The Boss Finally Discovers the Real Enemies!

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President Trump — The Boss, the man of steel — has an improbable target for his incandescent ire: the Koch brothers, billionaires famous (or infamous, depending upon your political predilections) for funding free-market-oriented Republicans.

What triggered The Boss was the fact that the Koch brothers have refused to support a Trump puppet Republican — one Kevin Cramer — in his fight to defeat Democrat Heidi Heitkamp for the North Dakota Senate seat. The Kochs use a PAC they help fund — Americans for Prosperity, or AFP — to support free-market Republicans. You know traditional liberal free-market thinking: free movement of goods, capital, and labor. That sort of view is antipathetic not just to high taxes and regulation but to protectionism, nativism, and unbounded government spending as well. It once was the defining ideology of the Republican Party (full disclosure here: I have in the past donated to the AFP). Cramer supports “fair trade” (which typically means “trade under tariffs and non-tariff barriers until we have equal trade balances”), and fully backs The Boss’s plan to provide $12 billion in subsidies to American farmers who are casualties in this administration’s worldwide trade war.

Trump played the nativist card by accusing the Kochs of being against “strong borders,” and bragged that he has never needed their money.

The Kochs have launched radio ads opposing this policy of subsidizing farmers to make up for the business they have lost from the tariff war. This lost business is the unseen economic downside of tariffs that protectionists can never quite grasp: tariffs may save some jobs, but they cost other jobs, elsewhere in the economy. When those jobs are lost, you then have to subsidize the people who were screwed over to save the original jobs — hell, you could have just subsidized the original companies that lost jobs!

Besides refusing to back Cramer, the Kochs have indicated that they are looking at several other close Senate races to see whom to support (if anyone).

The Boss is not amused at all this. In one of his signature blitzkrieg tweet attacks, he railed against the Kochs, calling them “globalists” — which is the current epithet that has replaced the old rightest term “cosmopolitans,” meaning people who have no patriotic loyalty to their own country, but only to the world — or their ethnic group spread out around the world, or their secret clan (the Illuminati!). He also called them a “joke in real Republican circles.” He played the nativist card by accusing them of being against “strong borders,” and bragged that he has never needed their money. The boss also crowed that the Koch brothers’ network is “overrated” and claimed, “I have beaten them at every turn.” Naturally, he suggested that the Kochs oppose tariffs because of selfishness: they don’t want their foreign operations taxed.

Oh, those rootless cosmopolitans! Such traitors, and all for money!

All this is insufferably rich. Trump — who has himself made a fair amount of money in business done abroad — is attacking a group of pro-business, pro-free-market Republicans who believe in free trade and balanced budgets. A group, please note, that has been supporting Republican candidates far longer than The Boss — who, until a few years ago, almost always gave his political donations to Democrats, including to “Crooked” Hillary Clinton. And The Boss had no problem with the Kochs’ spending millions to help get his tax bill passed.

This lost business is the unseen economic downside of tariffs that protectionists can never quite grasp: tariffs may save some jobs, but they cost other jobs, elsewhere in the economy.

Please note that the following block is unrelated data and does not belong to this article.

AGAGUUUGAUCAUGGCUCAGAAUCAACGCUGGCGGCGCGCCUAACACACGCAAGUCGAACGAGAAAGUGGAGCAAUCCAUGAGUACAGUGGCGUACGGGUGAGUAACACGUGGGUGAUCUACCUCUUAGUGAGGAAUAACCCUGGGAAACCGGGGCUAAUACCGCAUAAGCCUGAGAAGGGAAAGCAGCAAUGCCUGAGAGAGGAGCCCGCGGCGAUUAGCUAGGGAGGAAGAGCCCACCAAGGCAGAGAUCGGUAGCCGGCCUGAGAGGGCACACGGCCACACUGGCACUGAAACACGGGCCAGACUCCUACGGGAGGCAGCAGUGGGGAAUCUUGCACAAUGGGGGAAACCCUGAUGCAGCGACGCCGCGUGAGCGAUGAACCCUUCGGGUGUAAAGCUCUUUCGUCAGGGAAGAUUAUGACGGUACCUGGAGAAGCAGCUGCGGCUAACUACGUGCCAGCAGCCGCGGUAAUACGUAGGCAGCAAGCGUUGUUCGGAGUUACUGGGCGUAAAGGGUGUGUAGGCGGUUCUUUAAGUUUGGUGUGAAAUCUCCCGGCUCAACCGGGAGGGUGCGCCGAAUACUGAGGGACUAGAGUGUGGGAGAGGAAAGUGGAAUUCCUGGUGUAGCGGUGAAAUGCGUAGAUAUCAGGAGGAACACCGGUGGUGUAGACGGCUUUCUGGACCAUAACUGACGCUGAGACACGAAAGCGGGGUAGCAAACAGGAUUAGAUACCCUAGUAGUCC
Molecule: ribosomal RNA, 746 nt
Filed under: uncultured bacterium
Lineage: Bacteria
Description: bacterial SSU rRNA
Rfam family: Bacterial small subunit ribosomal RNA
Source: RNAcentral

The Kochs and their AFP organization should be commended for standing on principle and opposing the trade war, increasing government deficits, and nativism that The Boss represents. They were consistent when they supported his drive to cut regulations and taxes, and they are consistent now in opposing his protectionism, nativism, and indifference to deficit spending.

But The Boss, who cannot bring himself to view Vladimir Putin and Xi Jinping as enemies, now views these decent Americans as precisely that. This is puzzling, until one recalls Proverbs 29:27, which tells us that “an unjust man is an abomination to the righteous, but one whose way is straight is an abomination to the wicked.” This explains what we see here with perfect clarity.




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More NAFTA Nonsense

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President Trump’s irrational and infantile war on America’s NAFTA geopolitical allies and trading partners is heating up. Two recent articles illustrate this slow-motion train wreck.

First is a report on how vulnerable our agricultural sector is to Mexican tariff retaliation. The report is about how frightened American farmers are these days. Besides losing sales to China — what with its recent retaliatory tariffs on our export crops (especially soybeans) — the farmers are facing a major hit from South of the Border.

An economic fool — such as Trump — notices the grossly visible part of the economic picture, but overlooks other vital parts.

Looking at the percentages of crop products shipped abroad, the article notes that Mexico buys 7.0% of our soybean products, 14.4% of our beef exports, 27.2% of our fresh fruit exports, 27.9% of our corn exports, 36.3% of our pork exports; and a whopping 45.6% of our milk powder exports. Mexico has just started its round of retaliatory tariffs, hitting US exported cheese and pork. Iowa farmers, who account for a lot of America’s pork production, are already seeing prices decline as the foreign demand falls. In Missouri, ranchers are beginning to cut back the size of these herds, in anticipation of price drops.

Last year, America exported $138 billion in agricultural products abroad, and we had a $21 billion trade surplus. All of this brings up Frédéric Bastiat’s point about the seen and the unseen. An economic fool — such as Trump — notices the grossly visible part of the economic picture, but overlooks other vital parts. He sees the number of steelworker jobs decline, so he enacts tariffs that destroy jobs in other parts of the economy, of which he is stupidly oblivious — currently, in such companies as Archer Daniels Midland, Cargill, Pilgrims’ Pride, Sanderson Farms, and Tyson Foods. He also doesn’t see job losses in the American manufacturing companies that use steel, such as our automakers and industrial pipe makers.